Winter, Death and Compromise


Winter is here. 

The ice in the air is strong, the winds are beyond brisk, and every breath visible to the naked eye.  Just like it is supposed to be.  The cold is supposed to be strong, cold is not weak, and is not for the weak.  The cold is nature reminding us that all things, like the beauty of long spring days, the ripening crops of summer, and the beautiful colors of the leaves in autumn, come to an end.  The howl of the cold wind is the voice of mother nature, reminding us that she is a stern master, strong and unforgiving, because she can be.

But even within that howl, the bark of  frozen winds that bite and sting, there is true beauty.   The ice holding onto tree branches and the snow on the grasses and lanes hold a deep and abiding elegance.  The long, dark nights are the mirror that shows the austere and exquisite soul of the world.

Winter is here.  Joy to the world!

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Richard Holbrooke is dead. He died earlier this evening after suffering a rupture to his aorta and going through 20 hours of surgery to repair it on Saturday.  He was 69 years of age.  No commentary necessary.  When great men die, the tale is told not by others, but by their actions.  The Dayton agreement signed in 1995 in Paris speaks more precisely the greatness and strength of this man than any words I can write. 

Viddy of the Day:  an interview with Richard Holbrooke, by Rachel Maddow, from June this year.

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The controlled chaos is one way to get creativity. The intensity of it, the physical rush, the intimacy created the kind of dialogue that leads to synergy … The U.N. by contrast is sterile, overly concerned with protocol, overly formal, filled with set-piece speeches. This is what the U.N. in theory is supposed to be but can’t.

Richard Holbrooke

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A thought on the tax cut compromise.

The tax cut test vote has gotten through the Senate, cloture has been bypassed.  83-15.  But that doesn’t mean it will pass, it has to go back to the House of Representatives, where a number of extremely vocal Democrats are very much opposed to the tax deal.  They could possibly broker a better deal.  That doesn’t mean it would pass the Senate upon it’s return, which it would have to do in order to get to the President for signing.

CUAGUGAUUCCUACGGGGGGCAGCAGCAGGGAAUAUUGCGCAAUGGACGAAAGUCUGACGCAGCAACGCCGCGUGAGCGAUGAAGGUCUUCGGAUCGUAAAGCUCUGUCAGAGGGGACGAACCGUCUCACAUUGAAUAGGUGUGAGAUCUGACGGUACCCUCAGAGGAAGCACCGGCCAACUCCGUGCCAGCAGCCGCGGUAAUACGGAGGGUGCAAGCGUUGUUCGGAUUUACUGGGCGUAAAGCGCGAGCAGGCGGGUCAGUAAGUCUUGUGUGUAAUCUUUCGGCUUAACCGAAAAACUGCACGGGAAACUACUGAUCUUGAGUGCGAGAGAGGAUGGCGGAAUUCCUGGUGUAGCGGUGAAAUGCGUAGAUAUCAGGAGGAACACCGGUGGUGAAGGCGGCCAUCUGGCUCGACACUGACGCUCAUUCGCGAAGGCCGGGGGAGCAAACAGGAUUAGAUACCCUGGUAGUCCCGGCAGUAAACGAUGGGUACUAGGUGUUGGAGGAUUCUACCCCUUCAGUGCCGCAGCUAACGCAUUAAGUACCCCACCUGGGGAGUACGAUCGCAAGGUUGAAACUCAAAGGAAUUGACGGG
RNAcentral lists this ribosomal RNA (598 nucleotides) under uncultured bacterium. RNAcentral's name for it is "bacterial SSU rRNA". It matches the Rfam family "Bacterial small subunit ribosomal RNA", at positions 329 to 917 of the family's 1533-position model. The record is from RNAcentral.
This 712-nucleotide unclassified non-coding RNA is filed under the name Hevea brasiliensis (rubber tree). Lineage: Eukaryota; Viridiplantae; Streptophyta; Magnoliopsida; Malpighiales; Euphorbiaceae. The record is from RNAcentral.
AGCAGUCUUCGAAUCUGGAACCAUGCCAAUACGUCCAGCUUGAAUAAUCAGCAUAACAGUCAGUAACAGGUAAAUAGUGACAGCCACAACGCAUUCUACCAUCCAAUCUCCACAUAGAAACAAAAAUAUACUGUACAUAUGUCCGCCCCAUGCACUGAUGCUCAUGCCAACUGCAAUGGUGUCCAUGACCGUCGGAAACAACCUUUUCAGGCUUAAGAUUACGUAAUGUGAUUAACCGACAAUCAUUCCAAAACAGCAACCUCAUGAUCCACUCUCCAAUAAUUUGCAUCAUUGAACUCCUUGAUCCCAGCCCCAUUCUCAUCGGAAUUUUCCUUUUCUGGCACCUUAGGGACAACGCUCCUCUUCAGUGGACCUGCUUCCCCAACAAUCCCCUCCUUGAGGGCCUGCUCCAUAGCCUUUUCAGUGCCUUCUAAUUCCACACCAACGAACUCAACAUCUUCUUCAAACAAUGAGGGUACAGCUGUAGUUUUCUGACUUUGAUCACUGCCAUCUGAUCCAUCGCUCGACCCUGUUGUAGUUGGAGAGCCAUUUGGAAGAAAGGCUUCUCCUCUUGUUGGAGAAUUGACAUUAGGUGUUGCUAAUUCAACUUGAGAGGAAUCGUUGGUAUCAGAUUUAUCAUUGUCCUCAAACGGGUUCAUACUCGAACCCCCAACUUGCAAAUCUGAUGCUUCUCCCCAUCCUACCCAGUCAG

Doing that would put the brakes on several pieces of important legislation that are pending in the Senate. A great deal beyond the tax cuts are at stake here.

Losing here is not something the President wants to be seen doing.  The Republicans would eat him for lunch if he lets this fall through.  The right wing media machine would love hanging President Obama for increasing taxes. 

If this falls through, the next congress, a more Republican congress than anything in the last 4 years, will understand that it must do something in order to keep things functioning. They will pass it, The President, the Republican house, and weakened Democratic Senate will pass a tax cut, one more pleasing to the right than this one, and the Republicans will take credit.  And the right wing propaganda machine being what it is, that message will stick.

Dems lose, America loses, Republicans who don’t know how to create jobs would win.

Do we really want that? To put that kind of power in the hands of those on the other side of the political fence, the defenders of the wealthy?  Do we really want to give them additional ammunition? Dammit, I hate the the upper class tax cut, but the price of a $900,000,000,000 increase in the deficit seems to be, curiously, a politically feasible concept.  Economically?  No, but politically this actually works.  Because not passing this ugly, stupid billionaire tax cut has a greater political cost than passing it.

Dammit, that sucks.

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That’s it for tonight, America.  Have a good one.

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